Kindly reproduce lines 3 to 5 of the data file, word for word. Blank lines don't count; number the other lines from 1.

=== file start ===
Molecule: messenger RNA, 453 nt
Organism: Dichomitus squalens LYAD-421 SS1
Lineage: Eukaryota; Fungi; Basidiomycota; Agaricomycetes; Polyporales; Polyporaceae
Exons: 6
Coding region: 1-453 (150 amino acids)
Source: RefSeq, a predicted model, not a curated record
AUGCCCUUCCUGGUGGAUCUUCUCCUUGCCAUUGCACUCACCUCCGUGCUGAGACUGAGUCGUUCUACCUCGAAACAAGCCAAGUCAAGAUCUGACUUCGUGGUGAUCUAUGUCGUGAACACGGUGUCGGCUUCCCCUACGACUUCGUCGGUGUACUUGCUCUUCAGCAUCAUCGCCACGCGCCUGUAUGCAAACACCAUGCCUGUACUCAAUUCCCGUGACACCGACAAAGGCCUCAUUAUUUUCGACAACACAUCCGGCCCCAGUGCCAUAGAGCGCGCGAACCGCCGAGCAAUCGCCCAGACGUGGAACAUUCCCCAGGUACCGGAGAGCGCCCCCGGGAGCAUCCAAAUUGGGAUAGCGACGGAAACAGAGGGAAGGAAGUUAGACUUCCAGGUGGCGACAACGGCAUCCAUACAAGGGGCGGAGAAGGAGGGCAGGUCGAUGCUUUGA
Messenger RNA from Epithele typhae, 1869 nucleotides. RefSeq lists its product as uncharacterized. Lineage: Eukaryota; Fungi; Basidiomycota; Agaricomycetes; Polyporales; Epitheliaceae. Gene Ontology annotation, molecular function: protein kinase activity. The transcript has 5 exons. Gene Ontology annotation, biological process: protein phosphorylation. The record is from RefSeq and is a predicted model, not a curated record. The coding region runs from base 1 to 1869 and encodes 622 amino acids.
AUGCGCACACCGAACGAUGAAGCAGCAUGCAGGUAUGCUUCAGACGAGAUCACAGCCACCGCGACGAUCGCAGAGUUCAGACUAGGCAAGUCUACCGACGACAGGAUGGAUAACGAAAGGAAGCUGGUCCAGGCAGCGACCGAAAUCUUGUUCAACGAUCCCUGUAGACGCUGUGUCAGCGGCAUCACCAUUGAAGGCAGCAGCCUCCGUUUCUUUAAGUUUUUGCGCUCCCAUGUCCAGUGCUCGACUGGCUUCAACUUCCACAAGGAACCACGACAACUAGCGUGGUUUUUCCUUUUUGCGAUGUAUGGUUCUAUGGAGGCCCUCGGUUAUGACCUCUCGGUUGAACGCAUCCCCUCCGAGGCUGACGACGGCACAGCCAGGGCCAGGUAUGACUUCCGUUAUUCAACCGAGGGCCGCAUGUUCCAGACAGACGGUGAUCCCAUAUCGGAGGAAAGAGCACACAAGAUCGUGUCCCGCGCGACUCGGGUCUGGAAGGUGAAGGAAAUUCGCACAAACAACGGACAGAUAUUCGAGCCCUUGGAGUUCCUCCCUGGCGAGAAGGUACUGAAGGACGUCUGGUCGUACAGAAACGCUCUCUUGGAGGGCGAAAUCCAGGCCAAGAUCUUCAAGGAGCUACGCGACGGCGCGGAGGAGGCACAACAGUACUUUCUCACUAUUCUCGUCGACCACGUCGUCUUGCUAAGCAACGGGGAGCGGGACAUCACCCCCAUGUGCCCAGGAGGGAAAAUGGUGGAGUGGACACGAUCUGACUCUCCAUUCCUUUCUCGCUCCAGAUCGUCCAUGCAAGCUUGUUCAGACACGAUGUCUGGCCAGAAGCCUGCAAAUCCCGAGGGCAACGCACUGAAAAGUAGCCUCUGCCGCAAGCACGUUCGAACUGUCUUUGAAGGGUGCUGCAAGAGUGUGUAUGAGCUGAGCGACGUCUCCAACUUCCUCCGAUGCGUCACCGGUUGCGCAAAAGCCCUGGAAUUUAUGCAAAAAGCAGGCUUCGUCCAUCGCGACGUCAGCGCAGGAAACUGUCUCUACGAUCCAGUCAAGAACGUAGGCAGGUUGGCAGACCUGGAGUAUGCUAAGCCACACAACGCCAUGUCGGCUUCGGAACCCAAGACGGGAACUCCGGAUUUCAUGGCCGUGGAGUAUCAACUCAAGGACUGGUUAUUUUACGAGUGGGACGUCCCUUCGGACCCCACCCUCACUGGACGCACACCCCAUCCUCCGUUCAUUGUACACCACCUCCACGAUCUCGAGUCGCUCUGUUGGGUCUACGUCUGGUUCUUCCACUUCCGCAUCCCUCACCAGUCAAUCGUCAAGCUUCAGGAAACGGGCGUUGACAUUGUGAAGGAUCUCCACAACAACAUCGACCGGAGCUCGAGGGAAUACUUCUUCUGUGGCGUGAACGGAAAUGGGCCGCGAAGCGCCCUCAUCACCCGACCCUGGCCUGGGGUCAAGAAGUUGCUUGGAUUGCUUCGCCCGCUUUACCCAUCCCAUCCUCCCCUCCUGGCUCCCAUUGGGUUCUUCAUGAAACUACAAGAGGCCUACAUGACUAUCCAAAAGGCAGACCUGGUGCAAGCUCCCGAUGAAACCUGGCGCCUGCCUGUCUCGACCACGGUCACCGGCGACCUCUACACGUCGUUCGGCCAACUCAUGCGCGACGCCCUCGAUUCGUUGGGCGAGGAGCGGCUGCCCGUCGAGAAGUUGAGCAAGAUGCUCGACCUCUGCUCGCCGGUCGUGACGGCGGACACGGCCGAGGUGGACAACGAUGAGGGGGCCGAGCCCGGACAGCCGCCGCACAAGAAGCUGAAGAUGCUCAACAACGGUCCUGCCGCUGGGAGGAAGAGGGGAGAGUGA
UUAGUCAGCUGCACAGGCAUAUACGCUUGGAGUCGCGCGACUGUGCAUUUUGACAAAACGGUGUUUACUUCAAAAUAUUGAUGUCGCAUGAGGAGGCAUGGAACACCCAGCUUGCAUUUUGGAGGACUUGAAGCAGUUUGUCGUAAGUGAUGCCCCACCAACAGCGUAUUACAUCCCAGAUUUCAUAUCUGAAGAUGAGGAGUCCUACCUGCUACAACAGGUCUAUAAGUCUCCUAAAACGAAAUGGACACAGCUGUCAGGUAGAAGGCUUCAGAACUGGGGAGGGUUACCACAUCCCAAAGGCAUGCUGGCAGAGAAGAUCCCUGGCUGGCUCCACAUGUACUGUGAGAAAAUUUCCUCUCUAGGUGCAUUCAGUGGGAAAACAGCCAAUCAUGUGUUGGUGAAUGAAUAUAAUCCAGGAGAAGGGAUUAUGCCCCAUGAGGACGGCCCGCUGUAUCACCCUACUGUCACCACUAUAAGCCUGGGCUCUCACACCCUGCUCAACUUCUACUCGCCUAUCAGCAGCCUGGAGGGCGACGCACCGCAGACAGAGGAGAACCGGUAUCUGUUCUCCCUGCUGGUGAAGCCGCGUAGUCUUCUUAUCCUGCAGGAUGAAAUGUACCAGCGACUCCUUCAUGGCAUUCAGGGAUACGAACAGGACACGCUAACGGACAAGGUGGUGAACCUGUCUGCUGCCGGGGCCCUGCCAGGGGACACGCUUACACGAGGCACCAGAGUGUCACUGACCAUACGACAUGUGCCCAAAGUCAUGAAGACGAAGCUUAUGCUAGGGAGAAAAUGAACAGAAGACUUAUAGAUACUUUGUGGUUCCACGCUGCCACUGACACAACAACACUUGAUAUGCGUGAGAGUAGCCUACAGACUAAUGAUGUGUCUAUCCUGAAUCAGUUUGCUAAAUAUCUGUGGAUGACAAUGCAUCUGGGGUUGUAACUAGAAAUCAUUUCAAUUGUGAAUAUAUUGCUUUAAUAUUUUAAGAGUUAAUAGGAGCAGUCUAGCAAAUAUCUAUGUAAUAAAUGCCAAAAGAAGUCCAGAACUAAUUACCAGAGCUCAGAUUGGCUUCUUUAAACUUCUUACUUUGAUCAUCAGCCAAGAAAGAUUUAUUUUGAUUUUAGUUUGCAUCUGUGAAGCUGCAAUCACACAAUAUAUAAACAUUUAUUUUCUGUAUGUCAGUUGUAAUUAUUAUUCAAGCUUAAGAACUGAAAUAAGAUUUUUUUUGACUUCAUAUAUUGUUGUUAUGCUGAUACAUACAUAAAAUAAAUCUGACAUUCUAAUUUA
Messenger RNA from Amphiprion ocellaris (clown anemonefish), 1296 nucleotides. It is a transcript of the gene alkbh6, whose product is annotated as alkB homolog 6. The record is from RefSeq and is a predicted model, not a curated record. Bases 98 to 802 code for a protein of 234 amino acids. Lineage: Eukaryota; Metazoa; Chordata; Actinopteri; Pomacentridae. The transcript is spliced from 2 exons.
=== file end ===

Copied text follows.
Lineage: Eukaryota; Fungi; Basidiomycota; Agaricomycetes; Polyporales; Polyporaceae
Exons: 6
Coding region: 1-453 (150 amino acids)